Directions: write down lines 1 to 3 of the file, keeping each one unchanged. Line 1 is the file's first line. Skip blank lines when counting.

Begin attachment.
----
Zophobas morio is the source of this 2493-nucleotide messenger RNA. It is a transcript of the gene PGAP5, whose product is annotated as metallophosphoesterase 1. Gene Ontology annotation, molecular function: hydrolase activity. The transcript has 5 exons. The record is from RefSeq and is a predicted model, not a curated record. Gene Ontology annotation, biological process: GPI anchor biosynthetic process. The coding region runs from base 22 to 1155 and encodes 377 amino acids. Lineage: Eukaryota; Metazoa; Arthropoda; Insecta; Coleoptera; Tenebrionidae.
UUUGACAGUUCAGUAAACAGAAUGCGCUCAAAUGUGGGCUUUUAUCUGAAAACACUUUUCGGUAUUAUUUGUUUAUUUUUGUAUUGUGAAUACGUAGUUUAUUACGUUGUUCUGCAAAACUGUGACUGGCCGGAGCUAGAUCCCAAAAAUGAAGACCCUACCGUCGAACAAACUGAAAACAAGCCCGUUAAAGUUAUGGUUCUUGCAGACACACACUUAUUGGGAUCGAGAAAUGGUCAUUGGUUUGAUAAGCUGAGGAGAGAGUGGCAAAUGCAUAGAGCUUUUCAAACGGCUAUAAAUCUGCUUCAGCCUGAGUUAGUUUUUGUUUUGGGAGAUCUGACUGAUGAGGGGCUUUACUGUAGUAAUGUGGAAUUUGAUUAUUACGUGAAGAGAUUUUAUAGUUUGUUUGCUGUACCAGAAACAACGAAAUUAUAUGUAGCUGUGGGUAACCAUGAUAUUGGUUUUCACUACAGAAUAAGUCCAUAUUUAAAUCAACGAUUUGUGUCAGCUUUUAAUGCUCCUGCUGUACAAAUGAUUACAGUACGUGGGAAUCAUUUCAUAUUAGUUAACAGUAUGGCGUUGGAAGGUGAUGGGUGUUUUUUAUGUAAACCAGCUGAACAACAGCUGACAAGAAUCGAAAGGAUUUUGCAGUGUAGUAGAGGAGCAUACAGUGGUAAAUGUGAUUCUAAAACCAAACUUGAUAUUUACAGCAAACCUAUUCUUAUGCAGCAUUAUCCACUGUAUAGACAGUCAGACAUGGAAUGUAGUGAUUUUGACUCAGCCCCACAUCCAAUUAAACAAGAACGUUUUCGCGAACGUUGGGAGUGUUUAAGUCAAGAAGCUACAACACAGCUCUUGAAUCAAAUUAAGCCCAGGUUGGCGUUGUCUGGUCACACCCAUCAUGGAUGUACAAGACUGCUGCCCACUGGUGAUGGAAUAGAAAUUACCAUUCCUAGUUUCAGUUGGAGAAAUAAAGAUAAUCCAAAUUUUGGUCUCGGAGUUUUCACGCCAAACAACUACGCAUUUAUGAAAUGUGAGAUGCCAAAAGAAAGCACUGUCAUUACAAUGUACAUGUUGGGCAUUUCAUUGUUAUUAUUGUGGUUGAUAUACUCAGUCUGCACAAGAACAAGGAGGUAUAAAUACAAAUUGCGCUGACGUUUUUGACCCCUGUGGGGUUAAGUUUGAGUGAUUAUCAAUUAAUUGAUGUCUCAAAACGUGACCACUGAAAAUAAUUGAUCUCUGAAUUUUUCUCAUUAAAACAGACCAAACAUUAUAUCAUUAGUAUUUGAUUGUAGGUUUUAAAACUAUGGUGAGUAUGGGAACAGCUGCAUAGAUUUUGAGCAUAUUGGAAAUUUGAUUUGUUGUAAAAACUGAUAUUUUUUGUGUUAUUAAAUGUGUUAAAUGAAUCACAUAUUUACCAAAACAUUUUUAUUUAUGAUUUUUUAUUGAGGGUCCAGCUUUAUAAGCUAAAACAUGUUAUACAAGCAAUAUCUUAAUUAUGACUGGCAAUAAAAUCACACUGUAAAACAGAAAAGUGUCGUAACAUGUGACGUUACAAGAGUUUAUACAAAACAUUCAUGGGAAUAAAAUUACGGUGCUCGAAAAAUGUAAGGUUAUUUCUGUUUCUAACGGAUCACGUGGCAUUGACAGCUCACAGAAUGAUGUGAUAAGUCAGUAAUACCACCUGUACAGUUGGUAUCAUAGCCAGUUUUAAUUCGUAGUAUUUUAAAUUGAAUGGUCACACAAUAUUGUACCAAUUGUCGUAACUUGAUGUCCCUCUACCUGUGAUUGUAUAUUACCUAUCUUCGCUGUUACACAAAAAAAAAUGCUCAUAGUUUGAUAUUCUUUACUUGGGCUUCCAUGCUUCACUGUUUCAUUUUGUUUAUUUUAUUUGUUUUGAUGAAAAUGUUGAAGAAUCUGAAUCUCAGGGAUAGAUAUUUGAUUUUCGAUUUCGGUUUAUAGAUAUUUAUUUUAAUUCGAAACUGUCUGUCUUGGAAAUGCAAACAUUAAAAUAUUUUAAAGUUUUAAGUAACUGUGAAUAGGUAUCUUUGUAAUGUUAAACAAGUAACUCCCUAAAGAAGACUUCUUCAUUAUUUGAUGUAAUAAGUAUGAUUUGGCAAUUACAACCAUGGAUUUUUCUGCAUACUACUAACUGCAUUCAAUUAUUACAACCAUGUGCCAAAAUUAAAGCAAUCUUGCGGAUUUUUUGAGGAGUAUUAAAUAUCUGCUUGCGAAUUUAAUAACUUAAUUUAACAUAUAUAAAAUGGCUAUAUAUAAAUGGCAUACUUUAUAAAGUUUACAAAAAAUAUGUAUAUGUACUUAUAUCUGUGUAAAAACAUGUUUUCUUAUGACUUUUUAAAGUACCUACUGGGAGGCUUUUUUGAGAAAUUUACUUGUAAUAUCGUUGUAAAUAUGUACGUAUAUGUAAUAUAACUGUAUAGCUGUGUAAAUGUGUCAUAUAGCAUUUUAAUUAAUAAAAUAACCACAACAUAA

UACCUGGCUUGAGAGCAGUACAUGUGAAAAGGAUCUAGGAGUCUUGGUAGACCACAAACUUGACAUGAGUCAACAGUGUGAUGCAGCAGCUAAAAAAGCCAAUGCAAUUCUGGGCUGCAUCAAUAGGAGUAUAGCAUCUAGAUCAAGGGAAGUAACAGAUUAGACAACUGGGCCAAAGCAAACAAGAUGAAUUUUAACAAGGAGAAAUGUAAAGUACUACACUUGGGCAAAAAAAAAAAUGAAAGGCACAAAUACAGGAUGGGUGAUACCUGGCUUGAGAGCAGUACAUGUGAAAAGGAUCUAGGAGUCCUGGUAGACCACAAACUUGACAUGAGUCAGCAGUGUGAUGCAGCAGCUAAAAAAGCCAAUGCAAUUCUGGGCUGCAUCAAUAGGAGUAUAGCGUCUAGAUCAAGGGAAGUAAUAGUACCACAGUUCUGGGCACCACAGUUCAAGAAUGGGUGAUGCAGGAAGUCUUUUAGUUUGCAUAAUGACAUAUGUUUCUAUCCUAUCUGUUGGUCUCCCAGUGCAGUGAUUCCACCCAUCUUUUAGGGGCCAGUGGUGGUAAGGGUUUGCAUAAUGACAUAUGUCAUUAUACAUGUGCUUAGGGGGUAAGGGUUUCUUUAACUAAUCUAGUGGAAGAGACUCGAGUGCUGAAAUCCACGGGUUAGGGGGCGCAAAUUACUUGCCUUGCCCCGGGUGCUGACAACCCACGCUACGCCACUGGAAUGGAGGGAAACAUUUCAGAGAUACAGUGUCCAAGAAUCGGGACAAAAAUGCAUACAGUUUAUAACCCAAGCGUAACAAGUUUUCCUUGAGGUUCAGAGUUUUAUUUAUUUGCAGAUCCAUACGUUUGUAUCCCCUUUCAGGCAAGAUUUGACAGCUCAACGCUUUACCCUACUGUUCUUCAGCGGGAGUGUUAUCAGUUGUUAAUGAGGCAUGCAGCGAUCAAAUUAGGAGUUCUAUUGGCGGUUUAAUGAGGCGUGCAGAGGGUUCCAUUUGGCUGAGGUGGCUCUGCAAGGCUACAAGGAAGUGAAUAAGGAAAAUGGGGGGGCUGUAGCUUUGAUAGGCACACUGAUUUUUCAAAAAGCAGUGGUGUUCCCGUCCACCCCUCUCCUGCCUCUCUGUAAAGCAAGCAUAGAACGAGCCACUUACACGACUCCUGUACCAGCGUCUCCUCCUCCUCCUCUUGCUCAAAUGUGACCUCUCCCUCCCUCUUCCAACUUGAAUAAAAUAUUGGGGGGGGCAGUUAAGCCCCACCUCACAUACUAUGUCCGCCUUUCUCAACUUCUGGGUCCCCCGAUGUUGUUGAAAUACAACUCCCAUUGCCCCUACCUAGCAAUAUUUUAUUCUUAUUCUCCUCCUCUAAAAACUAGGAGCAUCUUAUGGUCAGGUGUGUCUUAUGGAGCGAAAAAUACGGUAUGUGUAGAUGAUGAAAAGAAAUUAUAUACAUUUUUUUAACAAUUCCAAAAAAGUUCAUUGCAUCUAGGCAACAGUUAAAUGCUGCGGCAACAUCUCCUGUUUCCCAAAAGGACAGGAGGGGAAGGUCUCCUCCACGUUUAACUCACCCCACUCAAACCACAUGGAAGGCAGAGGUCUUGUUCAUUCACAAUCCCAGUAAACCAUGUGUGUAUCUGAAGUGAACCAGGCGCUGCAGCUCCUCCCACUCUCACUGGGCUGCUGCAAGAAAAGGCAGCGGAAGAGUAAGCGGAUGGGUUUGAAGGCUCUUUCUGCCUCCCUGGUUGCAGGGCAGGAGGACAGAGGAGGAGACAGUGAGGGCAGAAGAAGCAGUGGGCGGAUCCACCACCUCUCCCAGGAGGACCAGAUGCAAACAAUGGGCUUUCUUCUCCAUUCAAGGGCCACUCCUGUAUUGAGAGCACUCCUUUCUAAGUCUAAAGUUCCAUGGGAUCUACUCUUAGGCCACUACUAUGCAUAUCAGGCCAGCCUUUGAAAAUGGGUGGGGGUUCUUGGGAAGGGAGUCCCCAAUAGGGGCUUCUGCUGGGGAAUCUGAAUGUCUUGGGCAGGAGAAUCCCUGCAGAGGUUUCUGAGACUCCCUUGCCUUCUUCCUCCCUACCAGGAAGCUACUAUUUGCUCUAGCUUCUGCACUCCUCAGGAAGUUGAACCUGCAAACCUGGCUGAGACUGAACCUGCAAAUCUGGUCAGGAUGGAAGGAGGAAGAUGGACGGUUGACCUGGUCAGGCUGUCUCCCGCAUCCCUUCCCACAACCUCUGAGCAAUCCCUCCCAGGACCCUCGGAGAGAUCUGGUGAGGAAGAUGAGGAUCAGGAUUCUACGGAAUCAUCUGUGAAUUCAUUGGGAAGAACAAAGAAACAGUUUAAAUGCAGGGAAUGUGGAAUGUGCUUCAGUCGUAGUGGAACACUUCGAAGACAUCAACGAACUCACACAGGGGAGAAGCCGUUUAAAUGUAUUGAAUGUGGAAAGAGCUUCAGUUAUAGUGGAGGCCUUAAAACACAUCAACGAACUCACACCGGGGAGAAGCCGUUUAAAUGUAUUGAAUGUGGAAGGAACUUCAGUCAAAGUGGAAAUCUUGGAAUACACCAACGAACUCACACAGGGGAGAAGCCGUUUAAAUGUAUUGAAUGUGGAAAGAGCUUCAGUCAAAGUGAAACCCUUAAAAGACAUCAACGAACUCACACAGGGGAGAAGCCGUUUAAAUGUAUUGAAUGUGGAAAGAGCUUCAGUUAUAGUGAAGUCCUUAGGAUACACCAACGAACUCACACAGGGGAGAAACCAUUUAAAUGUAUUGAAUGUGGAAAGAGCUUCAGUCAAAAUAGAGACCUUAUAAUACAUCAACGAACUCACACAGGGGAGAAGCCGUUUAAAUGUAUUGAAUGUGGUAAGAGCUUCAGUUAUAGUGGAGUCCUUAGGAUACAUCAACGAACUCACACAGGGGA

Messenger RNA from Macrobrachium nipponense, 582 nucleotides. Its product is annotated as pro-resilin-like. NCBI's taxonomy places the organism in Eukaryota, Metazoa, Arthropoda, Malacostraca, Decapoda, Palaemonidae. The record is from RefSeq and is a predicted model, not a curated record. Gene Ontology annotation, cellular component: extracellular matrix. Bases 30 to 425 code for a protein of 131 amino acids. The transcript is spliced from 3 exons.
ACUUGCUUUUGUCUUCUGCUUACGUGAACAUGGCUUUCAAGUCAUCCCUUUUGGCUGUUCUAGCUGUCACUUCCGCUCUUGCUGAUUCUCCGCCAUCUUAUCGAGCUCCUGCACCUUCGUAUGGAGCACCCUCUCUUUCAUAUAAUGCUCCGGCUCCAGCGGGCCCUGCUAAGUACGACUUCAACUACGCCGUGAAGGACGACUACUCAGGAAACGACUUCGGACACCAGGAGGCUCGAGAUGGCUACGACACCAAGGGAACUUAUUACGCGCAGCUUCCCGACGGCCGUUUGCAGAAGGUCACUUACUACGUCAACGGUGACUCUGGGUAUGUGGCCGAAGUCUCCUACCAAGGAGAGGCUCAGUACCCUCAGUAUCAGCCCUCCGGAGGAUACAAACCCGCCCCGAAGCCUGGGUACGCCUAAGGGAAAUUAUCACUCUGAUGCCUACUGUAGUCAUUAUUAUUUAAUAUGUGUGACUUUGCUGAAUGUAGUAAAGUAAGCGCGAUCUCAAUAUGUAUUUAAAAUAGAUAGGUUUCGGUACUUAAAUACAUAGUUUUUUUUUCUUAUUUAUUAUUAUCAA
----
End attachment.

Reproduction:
Zophobas morio is the source of this 2493-nucleotide messenger RNA. It is a transcript of the gene PGAP5, whose product is annotated as metallophosphoesterase 1. Gene Ontology annotation, molecular function: hydrolase activity. The transcript has 5 exons. The record is from RefSeq and is a predicted model, not a curated record. Gene Ontology annotation, biological process: GPI anchor biosynthetic process. The coding region runs from base 22 to 1155 and encodes 377 amino acids. Lineage: Eukaryota; Metazoa; Arthropoda; Insecta; Coleoptera; Tenebrionidae.
UUUGACAGUUCAGUAAACAGAAUGCGCUCAAAUGUGGGCUUUUAUCUGAAAACACUUUUCGGUAUUAUUUGUUUAUUUUUGUAUUGUGAAUACGUAGUUUAUUACGUUGUUCUGCAAAACUGUGACUGGCCGGAGCUAGAUCCCAAAAAUGAAGACCCUACCGUCGAACAAACUGAAAACAAGCCCGUUAAAGUUAUGGUUCUUGCAGACACACACUUAUUGGGAUCGAGAAAUGGUCAUUGGUUUGAUAAGCUGAGGAGAGAGUGGCAAAUGCAUAGAGCUUUUCAAACGGCUAUAAAUCUGCUUCAGCCUGAGUUAGUUUUUGUUUUGGGAGAUCUGACUGAUGAGGGGCUUUACUGUAGUAAUGUGGAAUUUGAUUAUUACGUGAAGAGAUUUUAUAGUUUGUUUGCUGUACCAGAAACAACGAAAUUAUAUGUAGCUGUGGGUAACCAUGAUAUUGGUUUUCACUACAGAAUAAGUCCAUAUUUAAAUCAACGAUUUGUGUCAGCUUUUAAUGCUCCUGCUGUACAAAUGAUUACAGUACGUGGGAAUCAUUUCAUAUUAGUUAACAGUAUGGCGUUGGAAGGUGAUGGGUGUUUUUUAUGUAAACCAGCUGAACAACAGCUGACAAGAAUCGAAAGGAUUUUGCAGUGUAGUAGAGGAGCAUACAGUGGUAAAUGUGAUUCUAAAACCAAACUUGAUAUUUACAGCAAACCUAUUCUUAUGCAGCAUUAUCCACUGUAUAGACAGUCAGACAUGGAAUGUAGUGAUUUUGACUCAGCCCCACAUCCAAUUAAACAAGAACGUUUUCGCGAACGUUGGGAGUGUUUAAGUCAAGAAGCUACAACACAGCUCUUGAAUCAAAUUAAGCCCAGGUUGGCGUUGUCUGGUCACACCCAUCAUGGAUGUACAAGACUGCUGCCCACUGGUGAUGGAAUAGAAAUUACCAUUCCUAGUUUCAGUUGGAGAAAUAAAGAUAAUCCAAAUUUUGGUCUCGGAGUUUUCACGCCAAACAACUACGCAUUUAUGAAAUGUGAGAUGCCAAAAGAAAGCACUGUCAUUACAAUGUACAUGUUGGGCAUUUCAUUGUUAUUAUUGUGGUUGAUAUACUCAGUCUGCACAAGAACAAGGAGGUAUAAAUACAAAUUGCGCUGACGUUUUUGACCCCUGUGGGGUUAAGUUUGAGUGAUUAUCAAUUAAUUGAUGUCUCAAAACGUGACCACUGAAAAUAAUUGAUCUCUGAAUUUUUCUCAUUAAAACAGACCAAACAUUAUAUCAUUAGUAUUUGAUUGUAGGUUUUAAAACUAUGGUGAGUAUGGGAACAGCUGCAUAGAUUUUGAGCAUAUUGGAAAUUUGAUUUGUUGUAAAAACUGAUAUUUUUUGUGUUAUUAAAUGUGUUAAAUGAAUCACAUAUUUACCAAAACAUUUUUAUUUAUGAUUUUUUAUUGAGGGUCCAGCUUUAUAAGCUAAAACAUGUUAUACAAGCAAUAUCUUAAUUAUGACUGGCAAUAAAAUCACACUGUAAAACAGAAAAGUGUCGUAACAUGUGACGUUACAAGAGUUUAUACAAAACAUUCAUGGGAAUAAAAUUACGGUGCUCGAAAAAUGUAAGGUUAUUUCUGUUUCUAACGGAUCACGUGGCAUUGACAGCUCACAGAAUGAUGUGAUAAGUCAGUAAUACCACCUGUACAGUUGGUAUCAUAGCCAGUUUUAAUUCGUAGUAUUUUAAAUUGAAUGGUCACACAAUAUUGUACCAAUUGUCGUAACUUGAUGUCCCUCUACCUGUGAUUGUAUAUUACCUAUCUUCGCUGUUACACAAAAAAAAAUGCUCAUAGUUUGAUAUUCUUUACUUGGGCUUCCAUGCUUCACUGUUUCAUUUUGUUUAUUUUAUUUGUUUUGAUGAAAAUGUUGAAGAAUCUGAAUCUCAGGGAUAGAUAUUUGAUUUUCGAUUUCGGUUUAUAGAUAUUUAUUUUAAUUCGAAACUGUCUGUCUUGGAAAUGCAAACAUUAAAAUAUUUUAAAGUUUUAAGUAACUGUGAAUAGGUAUCUUUGUAAUGUUAAACAAGUAACUCCCUAAAGAAGACUUCUUCAUUAUUUGAUGUAAUAAGUAUGAUUUGGCAAUUACAACCAUGGAUUUUUCUGCAUACUACUAACUGCAUUCAAUUAUUACAACCAUGUGCCAAAAUUAAAGCAAUCUUGCGGAUUUUUUGAGGAGUAUUAAAUAUCUGCUUGCGAAUUUAAUAACUUAAUUUAACAUAUAUAAAAUGGCUAUAUAUAAAUGGCAUACUUUAUAAAGUUUACAAAAAAUAUGUAUAUGUACUUAUAUCUGUGUAAAAACAUGUUUUCUUAUGACUUUUUAAAGUACCUACUGGGAGGCUUUUUUGAGAAAUUUACUUGUAAUAUCGUUGUAAAUAUGUACGUAUAUGUAAUAUAACUGUAUAGCUGUGUAAAUGUGUCAUAUAGCAUUUUAAUUAAUAAAAUAACCACAACAUAA

UACCUGGCUUGAGAGCAGUACAUGUGAAAAGGAUCUAGGAGUCUUGGUAGACCACAAACUUGACAUGAGUCAACAGUGUGAUGCAGCAGCUAAAAAAGCCAAUGCAAUUCUGGGCUGCAUCAAUAGGAGUAUAGCAUCUAGAUCAAGGGAAGUAACAGAUUAGACAACUGGGCCAAAGCAAACAAGAUGAAUUUUAACAAGGAGAAAUGUAAAGUACUACACUUGGGCAAAAAAAAAAAUGAAAGGCACAAAUACAGGAUGGGUGAUACCUGGCUUGAGAGCAGUACAUGUGAAAAGGAUCUAGGAGUCCUGGUAGACCACAAACUUGACAUGAGUCAGCAGUGUGAUGCAGCAGCUAAAAAAGCCAAUGCAAUUCUGGGCUGCAUCAAUAGGAGUAUAGCGUCUAGAUCAAGGGAAGUAAUAGUACCACAGUUCUGGGCACCACAGUUCAAGAAUGGGUGAUGCAGGAAGUCUUUUAGUUUGCAUAAUGACAUAUGUUUCUAUCCUAUCUGUUGGUCUCCCAGUGCAGUGAUUCCACCCAUCUUUUAGGGGCCAGUGGUGGUAAGGGUUUGCAUAAUGACAUAUGUCAUUAUACAUGUGCUUAGGGGGUAAGGGUUUCUUUAACUAAUCUAGUGGAAGAGACUCGAGUGCUGAAAUCCACGGGUUAGGGGGCGCAAAUUACUUGCCUUGCCCCGGGUGCUGACAACCCACGCUACGCCACUGGAAUGGAGGGAAACAUUUCAGAGAUACAGUGUCCAAGAAUCGGGACAAAAAUGCAUACAGUUUAUAACCCAAGCGUAACAAGUUUUCCUUGAGGUUCAGAGUUUUAUUUAUUUGCAGAUCCAUACGUUUGUAUCCCCUUUCAGGCAAGAUUUGACAGCUCAACGCUUUACCCUACUGUUCUUCAGCGGGAGUGUUAUCAGUUGUUAAUGAGGCAUGCAGCGAUCAAAUUAGGAGUUCUAUUGGCGGUUUAAUGAGGCGUGCAGAGGGUUCCAUUUGGCUGAGGUGGCUCUGCAAGGCUACAAGGAAGUGAAUAAGGAAAAUGGGGGGGCUGUAGCUUUGAUAGGCACACUGAUUUUUCAAAAAGCAGUGGUGUUCCCGUCCACCCCUCUCCUGCCUCUCUGUAAAGCAAGCAUAGAACGAGCCACUUACACGACUCCUGUACCAGCGUCUCCUCCUCCUCCUCUUGCUCAAAUGUGACCUCUCCCUCCCUCUUCCAACUUGAAUAAAAUAUUGGGGGGGGCAGUUAAGCCCCACCUCACAUACUAUGUCCGCCUUUCUCAACUUCUGGGUCCCCCGAUGUUGUUGAAAUACAACUCCCAUUGCCCCUACCUAGCAAUAUUUUAUUCUUAUUCUCCUCCUCUAAAAACUAGGAGCAUCUUAUGGUCAGGUGUGUCUUAUGGAGCGAAAAAUACGGUAUGUGUAGAUGAUGAAAAGAAAUUAUAUACAUUUUUUUAACAAUUCCAAAAAAGUUCAUUGCAUCUAGGCAACAGUUAAAUGCUGCGGCAACAUCUCCUGUUUCCCAAAAGGACAGGAGGGGAAGGUCUCCUCCACGUUUAACUCACCCCACUCAAACCACAUGGAAGGCAGAGGUCUUGUUCAUUCACAAUCCCAGUAAACCAUGUGUGUAUCUGAAGUGAACCAGGCGCUGCAGCUCCUCCCACUCUCACUGGGCUGCUGCAAGAAAAGGCAGCGGAAGAGUAAGCGGAUGGGUUUGAAGGCUCUUUCUGCCUCCCUGGUUGCAGGGCAGGAGGACAGAGGAGGAGACAGUGAGGGCAGAAGAAGCAGUGGGCGGAUCCACCACCUCUCCCAGGAGGACCAGAUGCAAACAAUGGGCUUUCUUCUCCAUUCAAGGGCCACUCCUGUAUUGAGAGCACUCCUUUCUAAGUCUAAAGUUCCAUGGGAUCUACUCUUAGGCCACUACUAUGCAUAUCAGGCCAGCCUUUGAAAAUGGGUGGGGGUUCUUGGGAAGGGAGUCCCCAAUAGGGGCUUCUGCUGGGGAAUCUGAAUGUCUUGGGCAGGAGAAUCCCUGCAGAGGUUUCUGAGACUCCCUUGCCUUCUUCCUCCCUACCAGGAAGCUACUAUUUGCUCUAGCUUCUGCACUCCUCAGGAAGUUGAACCUGCAAACCUGGCUGAGACUGAACCUGCAAAUCUGGUCAGGAUGGAAGGAGGAAGAUGGACGGUUGACCUGGUCAGGCUGUCUCCCGCAUCCCUUCCCACAACCUCUGAGCAAUCCCUCCCAGGACCCUCGGAGAGAUCUGGUGAGGAAGAUGAGGAUCAGGAUUCUACGGAAUCAUCUGUGAAUUCAUUGGGAAGAACAAAGAAACAGUUUAAAUGCAGGGAAUGUGGAAUGUGCUUCAGUCGUAGUGGAACACUUCGAAGACAUCAACGAACUCACACAGGGGAGAAGCCGUUUAAAUGUAUUGAAUGUGGAAAGAGCUUCAGUUAUAGUGGAGGCCUUAAAACACAUCAACGAACUCACACCGGGGAGAAGCCGUUUAAAUGUAUUGAAUGUGGAAGGAACUUCAGUCAAAGUGGAAAUCUUGGAAUACACCAACGAACUCACACAGGGGAGAAGCCGUUUAAAUGUAUUGAAUGUGGAAAGAGCUUCAGUCAAAGUGAAACCCUUAAAAGACAUCAACGAACUCACACAGGGGAGAAGCCGUUUAAAUGUAUUGAAUGUGGAAAGAGCUUCAGUUAUAGUGAAGUCCUUAGGAUACACCAACGAACUCACACAGGGGAGAAACCAUUUAAAUGUAUUGAAUGUGGAAAGAGCUUCAGUCAAAAUAGAGACCUUAUAAUACAUCAACGAACUCACACAGGGGAGAAGCCGUUUAAAUGUAUUGAAUGUGGUAAGAGCUUCAGUUAUAGUGGAGUCCUUAGGAUACAUCAACGAACUCACACAGGGGA